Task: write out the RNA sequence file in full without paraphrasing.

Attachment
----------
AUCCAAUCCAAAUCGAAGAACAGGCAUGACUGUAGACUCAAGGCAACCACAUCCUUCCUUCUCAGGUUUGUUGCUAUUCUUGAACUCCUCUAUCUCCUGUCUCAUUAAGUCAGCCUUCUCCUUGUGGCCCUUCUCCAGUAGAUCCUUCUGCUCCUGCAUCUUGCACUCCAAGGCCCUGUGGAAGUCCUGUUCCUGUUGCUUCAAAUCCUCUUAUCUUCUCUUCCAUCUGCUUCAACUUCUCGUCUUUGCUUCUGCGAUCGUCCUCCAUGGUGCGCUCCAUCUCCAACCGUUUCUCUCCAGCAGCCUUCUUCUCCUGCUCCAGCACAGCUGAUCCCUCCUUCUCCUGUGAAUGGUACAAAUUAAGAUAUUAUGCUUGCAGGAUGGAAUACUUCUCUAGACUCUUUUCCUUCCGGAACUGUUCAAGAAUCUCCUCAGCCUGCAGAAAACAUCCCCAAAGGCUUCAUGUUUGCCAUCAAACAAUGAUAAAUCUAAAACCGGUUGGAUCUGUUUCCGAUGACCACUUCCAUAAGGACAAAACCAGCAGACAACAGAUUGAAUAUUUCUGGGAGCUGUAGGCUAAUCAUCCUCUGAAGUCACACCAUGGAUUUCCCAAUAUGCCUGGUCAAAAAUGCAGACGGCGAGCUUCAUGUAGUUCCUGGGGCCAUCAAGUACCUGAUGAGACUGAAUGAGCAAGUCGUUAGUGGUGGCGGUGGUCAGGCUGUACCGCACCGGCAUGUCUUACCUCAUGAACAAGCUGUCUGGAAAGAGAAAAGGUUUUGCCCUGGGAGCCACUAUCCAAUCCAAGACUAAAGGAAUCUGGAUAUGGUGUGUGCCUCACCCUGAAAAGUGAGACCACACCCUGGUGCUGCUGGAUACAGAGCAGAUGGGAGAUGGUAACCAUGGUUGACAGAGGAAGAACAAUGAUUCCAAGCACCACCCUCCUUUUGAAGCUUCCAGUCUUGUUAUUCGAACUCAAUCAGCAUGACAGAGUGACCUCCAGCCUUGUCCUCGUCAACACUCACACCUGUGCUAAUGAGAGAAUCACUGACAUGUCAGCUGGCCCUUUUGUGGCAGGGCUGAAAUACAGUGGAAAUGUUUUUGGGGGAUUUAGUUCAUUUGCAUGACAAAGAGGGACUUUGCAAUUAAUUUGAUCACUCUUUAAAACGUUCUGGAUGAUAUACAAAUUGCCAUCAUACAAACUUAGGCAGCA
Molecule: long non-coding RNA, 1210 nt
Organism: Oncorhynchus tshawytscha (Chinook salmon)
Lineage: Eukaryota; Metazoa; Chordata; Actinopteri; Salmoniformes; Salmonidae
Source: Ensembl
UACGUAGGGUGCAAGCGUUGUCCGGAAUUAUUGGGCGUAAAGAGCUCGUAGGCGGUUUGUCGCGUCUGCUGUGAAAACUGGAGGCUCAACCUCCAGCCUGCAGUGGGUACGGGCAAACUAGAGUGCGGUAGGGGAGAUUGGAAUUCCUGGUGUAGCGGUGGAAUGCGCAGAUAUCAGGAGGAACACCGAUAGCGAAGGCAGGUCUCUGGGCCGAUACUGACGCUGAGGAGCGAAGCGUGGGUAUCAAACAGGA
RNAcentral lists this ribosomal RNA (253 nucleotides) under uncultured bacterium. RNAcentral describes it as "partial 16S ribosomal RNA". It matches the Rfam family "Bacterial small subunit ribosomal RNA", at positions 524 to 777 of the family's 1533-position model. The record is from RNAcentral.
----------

AUCCAAUCCAAAUCGAAGAACAGGCAUGACUGUAGACUCAAGGCAACCACAUCCUUCCUUCUCAGGUUUGUUGCUAUUCUUGAACUCCUCUAUCUCCUGUCUCAUUAAGUCAGCCUUCUCCUUGUGGCCCUUCUCCAGUAGAUCCUUCUGCUCCUGCAUCUUGCACUCCAAGGCCCUGUGGAAGUCCUGUUCCUGUUGCUUCAAAUCCUCUUAUCUUCUCUUCCAUCUGCUUCAACUUCUCGUCUUUGCUUCUGCGAUCGUCCUCCAUGGUGCGCUCCAUCUCCAACCGUUUCUCUCCAGCAGCCUUCUUCUCCUGCUCCAGCACAGCUGAUCCCUCCUUCUCCUGUGAAUGGUACAAAUUAAGAUAUUAUGCUUGCAGGAUGGAAUACUUCUCUAGACUCUUUUCCUUCCGGAACUGUUCAAGAAUCUCCUCAGCCUGCAGAAAACAUCCCCAAAGGCUUCAUGUUUGCCAUCAAACAAUGAUAAAUCUAAAACCGGUUGGAUCUGUUUCCGAUGACCACUUCCAUAAGGACAAAACCAGCAGACAACAGAUUGAAUAUUUCUGGGAGCUGUAGGCUAAUCAUCCUCUGAAGUCACACCAUGGAUUUCCCAAUAUGCCUGGUCAAAAAUGCAGACGGCGAGCUUCAUGUAGUUCCUGGGGCCAUCAAGUACCUGAUGAGACUGAAUGAGCAAGUCGUUAGUGGUGGCGGUGGUCAGGCUGUACCGCACCGGCAUGUCUUACCUCAUGAACAAGCUGUCUGGAAAGAGAAAAGGUUUUGCCCUGGGAGCCACUAUCCAAUCCAAGACUAAAGGAAUCUGGAUAUGGUGUGUGCCUCACCCUGAAAAGUGAGACCACACCCUGGUGCUGCUGGAUACAGAGCAGAUGGGAGAUGGUAACCAUGGUUGACAGAGGAAGAACAAUGAUUCCAAGCACCACCCUCCUUUUGAAGCUUCCAGUCUUGUUAUUCGAACUCAAUCAGCAUGACAGAGUGACCUCCAGCCUUGUCCUCGUCAACACUCACACCUGUGCUAAUGAGAGAAUCACUGACAUGUCAGCUGGCCCUUUUGUGGCAGGGCUGAAAUACAGUGGAAAUGUUUUUGGGGGAUUUAGUUCAUUUGCAUGACAAAGAGGGACUUUGCAAUUAAUUUGAUCACUCUUUAAAACGUUCUGGAUGAUAUACAAAUUGCCAUCAUACAAACUUAGGCAGCA
Molecule: long non-coding RNA, 1210 nt
Organism: Oncorhynchus tshawytscha (Chinook salmon)
Lineage: Eukaryota; Metazoa; Chordata; Actinopteri; Salmoniformes; Salmonidae
Source: Ensembl
UACGUAGGGUGCAAGCGUUGUCCGGAAUUAUUGGGCGUAAAGAGCUCGUAGGCGGUUUGUCGCGUCUGCUGUGAAAACUGGAGGCUCAACCUCCAGCCUGCAGUGGGUACGGGCAAACUAGAGUGCGGUAGGGGAGAUUGGAAUUCCUGGUGUAGCGGUGGAAUGCGCAGAUAUCAGGAGGAACACCGAUAGCGAAGGCAGGUCUCUGGGCCGAUACUGACGCUGAGGAGCGAAGCGUGGGUAUCAAACAGGA
RNAcentral lists this ribosomal RNA (253 nucleotides) under uncultured bacterium. RNAcentral describes it as "partial 16S ribosomal RNA". It matches the Rfam family "Bacterial small subunit ribosomal RNA", at positions 524 to 777 of the family's 1533-position model. The record is from RNAcentral.